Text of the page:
Dropbox goes Virtual First

Remote vs in-office work? Dropbox strives to find the balance.

The Economist Intelligence Unit (EIU) announced the results of a research study commissioned by Dropbox analysing the macroeconomic cost of lost focus, the level at which knowledge workers feel they can focus, and what helps and hinders them. In response to the abrupt shift to remote work among knowledge workers due to the COVID-19 pandemic, the EIU also conducted an accompanying survey on the impacts the transition has had on knowledge workers. 

Dropbox also announced its plan to become a Virtual First company, an approach that provides the increased flexibility of working in distributed teams while maintaining meaningful access to in-person engagement.  

For full results and additional insights of both studies, please visit here.

Dropbox goes Virtual First

We believe the EIU data shows the dramatic shift to remote work has largely been a success. The majority of employees already say they don’t want to return to the pre-pandemic office schedule. But the drawbacks have been apparent as well, with many employees expressing a desire for increased connection with colleagues. 

So, Dropbox created a Virtual First approach that balances the desire for increased flexibility and freedom in how and where we work without sacrificing the in-person connection that is so critical to the company and highly-valued by employees.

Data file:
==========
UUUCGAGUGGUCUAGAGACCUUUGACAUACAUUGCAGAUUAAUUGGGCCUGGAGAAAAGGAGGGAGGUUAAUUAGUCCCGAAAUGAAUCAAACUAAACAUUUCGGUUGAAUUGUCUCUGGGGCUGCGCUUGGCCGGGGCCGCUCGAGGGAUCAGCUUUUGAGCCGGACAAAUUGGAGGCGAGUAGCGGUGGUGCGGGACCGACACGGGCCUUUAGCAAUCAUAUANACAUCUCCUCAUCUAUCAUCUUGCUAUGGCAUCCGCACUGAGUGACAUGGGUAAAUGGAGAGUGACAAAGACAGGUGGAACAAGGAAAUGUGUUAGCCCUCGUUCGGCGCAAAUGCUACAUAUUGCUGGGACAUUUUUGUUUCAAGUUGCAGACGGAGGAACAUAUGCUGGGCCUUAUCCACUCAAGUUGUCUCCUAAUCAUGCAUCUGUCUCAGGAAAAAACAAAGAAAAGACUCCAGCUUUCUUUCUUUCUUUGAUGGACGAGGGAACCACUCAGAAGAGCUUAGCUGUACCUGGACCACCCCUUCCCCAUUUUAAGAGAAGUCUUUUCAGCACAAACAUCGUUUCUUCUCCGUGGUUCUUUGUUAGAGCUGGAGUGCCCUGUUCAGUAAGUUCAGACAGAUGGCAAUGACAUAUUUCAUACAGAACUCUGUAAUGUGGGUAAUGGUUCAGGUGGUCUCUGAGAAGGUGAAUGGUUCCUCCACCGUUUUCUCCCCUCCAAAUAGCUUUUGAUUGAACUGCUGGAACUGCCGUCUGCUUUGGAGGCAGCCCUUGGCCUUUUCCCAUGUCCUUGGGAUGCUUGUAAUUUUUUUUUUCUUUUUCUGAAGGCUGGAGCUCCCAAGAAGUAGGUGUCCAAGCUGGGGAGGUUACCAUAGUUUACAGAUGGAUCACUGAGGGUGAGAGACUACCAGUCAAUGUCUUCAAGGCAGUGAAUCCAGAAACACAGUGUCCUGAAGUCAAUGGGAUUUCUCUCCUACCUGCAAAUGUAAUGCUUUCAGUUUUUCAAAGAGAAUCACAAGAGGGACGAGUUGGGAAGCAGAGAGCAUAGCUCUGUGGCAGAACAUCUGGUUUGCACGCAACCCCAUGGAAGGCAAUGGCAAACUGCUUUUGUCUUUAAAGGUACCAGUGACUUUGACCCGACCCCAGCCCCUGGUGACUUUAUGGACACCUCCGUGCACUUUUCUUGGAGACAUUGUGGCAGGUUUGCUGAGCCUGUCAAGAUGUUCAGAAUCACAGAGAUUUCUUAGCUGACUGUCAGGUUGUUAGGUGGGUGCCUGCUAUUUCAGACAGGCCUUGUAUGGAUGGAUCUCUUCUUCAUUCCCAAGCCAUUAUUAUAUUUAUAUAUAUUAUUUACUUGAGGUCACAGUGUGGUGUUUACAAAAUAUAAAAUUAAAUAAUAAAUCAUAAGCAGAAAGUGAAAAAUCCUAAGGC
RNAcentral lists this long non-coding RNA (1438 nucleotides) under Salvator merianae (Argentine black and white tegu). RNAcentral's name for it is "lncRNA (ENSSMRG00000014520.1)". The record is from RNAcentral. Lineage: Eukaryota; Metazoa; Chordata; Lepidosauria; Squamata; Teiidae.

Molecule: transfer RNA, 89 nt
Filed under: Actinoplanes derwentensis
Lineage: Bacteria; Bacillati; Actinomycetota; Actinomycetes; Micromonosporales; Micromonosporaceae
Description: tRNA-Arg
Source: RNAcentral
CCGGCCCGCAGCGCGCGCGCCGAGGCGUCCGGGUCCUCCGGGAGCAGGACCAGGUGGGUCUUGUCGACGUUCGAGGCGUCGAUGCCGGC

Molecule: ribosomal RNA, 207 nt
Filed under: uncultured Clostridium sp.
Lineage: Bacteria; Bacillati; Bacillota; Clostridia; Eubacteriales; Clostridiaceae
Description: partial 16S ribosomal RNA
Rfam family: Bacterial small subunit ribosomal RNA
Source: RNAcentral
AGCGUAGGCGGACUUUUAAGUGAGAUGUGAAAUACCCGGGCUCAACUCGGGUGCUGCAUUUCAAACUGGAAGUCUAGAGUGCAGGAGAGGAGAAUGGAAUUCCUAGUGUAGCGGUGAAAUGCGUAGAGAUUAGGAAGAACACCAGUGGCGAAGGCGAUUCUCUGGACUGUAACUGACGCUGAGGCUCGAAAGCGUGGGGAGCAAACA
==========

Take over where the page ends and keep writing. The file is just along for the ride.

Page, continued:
Being Virtual First means that remote work will be the primary experience for all Dropbox employees. Our physical spaces, called Dropbox Studios, will be hubs to spark creativity, build community, and maintain company culture. These spaces, however, will no longer be for daily individual work. 

“This year’s sudden shift to distributed work due to the COVID-19 pandemic was abrupt and unprecedented,” said Drew Houston, CEO and co-founder of Dropbox. “We’re laser focused on designing products to transform how remote work happens and by living the reality of Virtual First day-to-day, we think we’ll better understand our customers’ needs and be well-positioned to evolve our product accordingly.”

By balancing the flexibility and freedom of remote work with retaining human, in-person engagement, Dropbox hopes it will gain the best of both worlds and see clear long-term benefits. The company knows that this is a new way of working and is committed to taking an iterative approach and learning along the way.